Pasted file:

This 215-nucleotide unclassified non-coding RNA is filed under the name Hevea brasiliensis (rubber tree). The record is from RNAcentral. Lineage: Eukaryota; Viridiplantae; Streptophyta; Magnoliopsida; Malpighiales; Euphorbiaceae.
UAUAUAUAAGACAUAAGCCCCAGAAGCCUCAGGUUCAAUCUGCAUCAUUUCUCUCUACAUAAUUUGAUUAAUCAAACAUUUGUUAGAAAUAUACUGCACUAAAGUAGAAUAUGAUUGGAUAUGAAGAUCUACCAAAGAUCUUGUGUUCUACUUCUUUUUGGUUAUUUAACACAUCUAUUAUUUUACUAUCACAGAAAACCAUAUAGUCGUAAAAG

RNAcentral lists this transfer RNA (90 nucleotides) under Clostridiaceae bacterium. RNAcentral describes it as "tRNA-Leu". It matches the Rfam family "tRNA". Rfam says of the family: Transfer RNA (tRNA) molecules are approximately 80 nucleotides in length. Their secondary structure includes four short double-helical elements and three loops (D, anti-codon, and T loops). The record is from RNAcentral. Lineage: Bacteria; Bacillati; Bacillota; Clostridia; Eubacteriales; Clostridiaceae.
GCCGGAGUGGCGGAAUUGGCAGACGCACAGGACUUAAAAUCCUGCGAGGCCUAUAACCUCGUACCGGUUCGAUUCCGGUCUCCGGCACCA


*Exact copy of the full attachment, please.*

This 215-nucleotide unclassified non-coding RNA is filed under the name Hevea brasiliensis (rubber tree). The record is from RNAcentral. Lineage: Eukaryota; Viridiplantae; Streptophyta; Magnoliopsida; Malpighiales; Euphorbiaceae.
UAUAUAUAAGACAUAAGCCCCAGAAGCCUCAGGUUCAAUCUGCAUCAUUUCUCUCUACAUAAUUUGAUUAAUCAAACAUUUGUUAGAAAUAUACUGCACUAAAGUAGAAUAUGAUUGGAUAUGAAGAUCUACCAAAGAUCUUGUGUUCUACUUCUUUUUGGUUAUUUAACACAUCUAUUAUUUUACUAUCACAGAAAACCAUAUAGUCGUAAAAG

RNAcentral lists this transfer RNA (90 nucleotides) under Clostridiaceae bacterium. RNAcentral describes it as "tRNA-Leu". It matches the Rfam family "tRNA". Rfam says of the family: Transfer RNA (tRNA) molecules are approximately 80 nucleotides in length. Their secondary structure includes four short double-helical elements and three loops (D, anti-codon, and T loops). The record is from RNAcentral. Lineage: Bacteria; Bacillati; Bacillota; Clostridia; Eubacteriales; Clostridiaceae.
GCCGGAGUGGCGGAAUUGGCAGACGCACAGGACUUAAAAUCCUGCGAGGCCUAUAACCUCGUACCGGUUCGAUUCCGGUCUCCGGCACCA